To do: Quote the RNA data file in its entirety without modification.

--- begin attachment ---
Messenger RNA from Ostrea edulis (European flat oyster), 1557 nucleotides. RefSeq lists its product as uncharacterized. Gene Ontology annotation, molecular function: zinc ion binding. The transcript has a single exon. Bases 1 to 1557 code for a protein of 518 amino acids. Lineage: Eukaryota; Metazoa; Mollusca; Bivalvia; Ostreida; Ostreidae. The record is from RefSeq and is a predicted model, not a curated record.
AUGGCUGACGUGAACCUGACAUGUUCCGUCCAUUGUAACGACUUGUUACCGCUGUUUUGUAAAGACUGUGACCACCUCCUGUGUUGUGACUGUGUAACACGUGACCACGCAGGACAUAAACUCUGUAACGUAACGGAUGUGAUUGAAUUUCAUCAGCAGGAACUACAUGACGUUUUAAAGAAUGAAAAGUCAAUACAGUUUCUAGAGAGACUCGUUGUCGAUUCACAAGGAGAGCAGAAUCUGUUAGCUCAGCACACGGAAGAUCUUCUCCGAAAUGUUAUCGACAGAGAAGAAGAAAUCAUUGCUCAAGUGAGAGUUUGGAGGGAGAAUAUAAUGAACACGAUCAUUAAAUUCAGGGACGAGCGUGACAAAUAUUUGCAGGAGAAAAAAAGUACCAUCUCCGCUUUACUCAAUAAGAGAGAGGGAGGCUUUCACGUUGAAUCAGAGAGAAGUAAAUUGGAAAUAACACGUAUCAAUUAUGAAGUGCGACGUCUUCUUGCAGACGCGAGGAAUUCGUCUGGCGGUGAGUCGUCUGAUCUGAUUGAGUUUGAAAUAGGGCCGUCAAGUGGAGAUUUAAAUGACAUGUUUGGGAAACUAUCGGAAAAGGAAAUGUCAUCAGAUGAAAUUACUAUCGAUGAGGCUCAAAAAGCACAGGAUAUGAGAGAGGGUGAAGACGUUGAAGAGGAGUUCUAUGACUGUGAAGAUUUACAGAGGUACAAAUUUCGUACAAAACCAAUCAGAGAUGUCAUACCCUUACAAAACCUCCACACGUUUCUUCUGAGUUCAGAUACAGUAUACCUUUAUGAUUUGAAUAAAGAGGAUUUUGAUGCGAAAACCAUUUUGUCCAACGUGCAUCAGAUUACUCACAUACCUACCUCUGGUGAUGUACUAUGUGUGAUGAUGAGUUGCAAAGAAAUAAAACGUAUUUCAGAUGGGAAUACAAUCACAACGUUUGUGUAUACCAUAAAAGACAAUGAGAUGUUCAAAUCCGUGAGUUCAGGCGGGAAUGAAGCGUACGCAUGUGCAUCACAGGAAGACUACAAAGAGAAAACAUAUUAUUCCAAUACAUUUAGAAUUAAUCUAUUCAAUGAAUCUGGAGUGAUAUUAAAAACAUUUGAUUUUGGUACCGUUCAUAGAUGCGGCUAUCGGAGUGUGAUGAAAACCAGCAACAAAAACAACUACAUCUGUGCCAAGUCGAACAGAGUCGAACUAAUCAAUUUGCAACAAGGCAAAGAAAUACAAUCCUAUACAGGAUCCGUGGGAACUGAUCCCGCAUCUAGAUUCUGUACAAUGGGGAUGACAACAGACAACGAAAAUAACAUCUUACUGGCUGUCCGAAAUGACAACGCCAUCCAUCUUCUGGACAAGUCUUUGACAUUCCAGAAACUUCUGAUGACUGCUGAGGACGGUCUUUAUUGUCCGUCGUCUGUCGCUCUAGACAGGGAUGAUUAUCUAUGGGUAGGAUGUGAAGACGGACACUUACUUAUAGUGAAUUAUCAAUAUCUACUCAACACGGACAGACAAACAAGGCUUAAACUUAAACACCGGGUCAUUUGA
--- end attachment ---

Messenger RNA from Ostrea edulis (European flat oyster), 1557 nucleotides. RefSeq lists its product as uncharacterized. Gene Ontology annotation, molecular function: zinc ion binding. The transcript has a single exon. Bases 1 to 1557 code for a protein of 518 amino acids. Lineage: Eukaryota; Metazoa; Mollusca; Bivalvia; Ostreida; Ostreidae. The record is from RefSeq and is a predicted model, not a curated record.
AUGGCUGACGUGAACCUGACAUGUUCCGUCCAUUGUAACGACUUGUUACCGCUGUUUUGUAAAGACUGUGACCACCUCCUGUGUUGUGACUGUGUAACACGUGACCACGCAGGACAUAAACUCUGUAACGUAACGGAUGUGAUUGAAUUUCAUCAGCAGGAACUACAUGACGUUUUAAAGAAUGAAAAGUCAAUACAGUUUCUAGAGAGACUCGUUGUCGAUUCACAAGGAGAGCAGAAUCUGUUAGCUCAGCACACGGAAGAUCUUCUCCGAAAUGUUAUCGACAGAGAAGAAGAAAUCAUUGCUCAAGUGAGAGUUUGGAGGGAGAAUAUAAUGAACACGAUCAUUAAAUUCAGGGACGAGCGUGACAAAUAUUUGCAGGAGAAAAAAAGUACCAUCUCCGCUUUACUCAAUAAGAGAGAGGGAGGCUUUCACGUUGAAUCAGAGAGAAGUAAAUUGGAAAUAACACGUAUCAAUUAUGAAGUGCGACGUCUUCUUGCAGACGCGAGGAAUUCGUCUGGCGGUGAGUCGUCUGAUCUGAUUGAGUUUGAAAUAGGGCCGUCAAGUGGAGAUUUAAAUGACAUGUUUGGGAAACUAUCGGAAAAGGAAAUGUCAUCAGAUGAAAUUACUAUCGAUGAGGCUCAAAAAGCACAGGAUAUGAGAGAGGGUGAAGACGUUGAAGAGGAGUUCUAUGACUGUGAAGAUUUACAGAGGUACAAAUUUCGUACAAAACCAAUCAGAGAUGUCAUACCCUUACAAAACCUCCACACGUUUCUUCUGAGUUCAGAUACAGUAUACCUUUAUGAUUUGAAUAAAGAGGAUUUUGAUGCGAAAACCAUUUUGUCCAACGUGCAUCAGAUUACUCACAUACCUACCUCUGGUGAUGUACUAUGUGUGAUGAUGAGUUGCAAAGAAAUAAAACGUAUUUCAGAUGGGAAUACAAUCACAACGUUUGUGUAUACCAUAAAAGACAAUGAGAUGUUCAAAUCCGUGAGUUCAGGCGGGAAUGAAGCGUACGCAUGUGCAUCACAGGAAGACUACAAAGAGAAAACAUAUUAUUCCAAUACAUUUAGAAUUAAUCUAUUCAAUGAAUCUGGAGUGAUAUUAAAAACAUUUGAUUUUGGUACCGUUCAUAGAUGCGGCUAUCGGAGUGUGAUGAAAACCAGCAACAAAAACAACUACAUCUGUGCCAAGUCGAACAGAGUCGAACUAAUCAAUUUGCAACAAGGCAAAGAAAUACAAUCCUAUACAGGAUCCGUGGGAACUGAUCCCGCAUCUAGAUUCUGUACAAUGGGGAUGACAACAGACAACGAAAAUAACAUCUUACUGGCUGUCCGAAAUGACAACGCCAUCCAUCUUCUGGACAAGUCUUUGACAUUCCAGAAACUUCUGAUGACUGCUGAGGACGGUCUUUAUUGUCCGUCGUCUGUCGCUCUAGACAGGGAUGAUUAUCUAUGGGUAGGAUGUGAAGACGGACACUUACUUAUAGUGAAUUAUCAAUAUCUACUCAACACGGACAGACAAACAAGGCUUAAACUUAAACACCGGGUCAUUUGA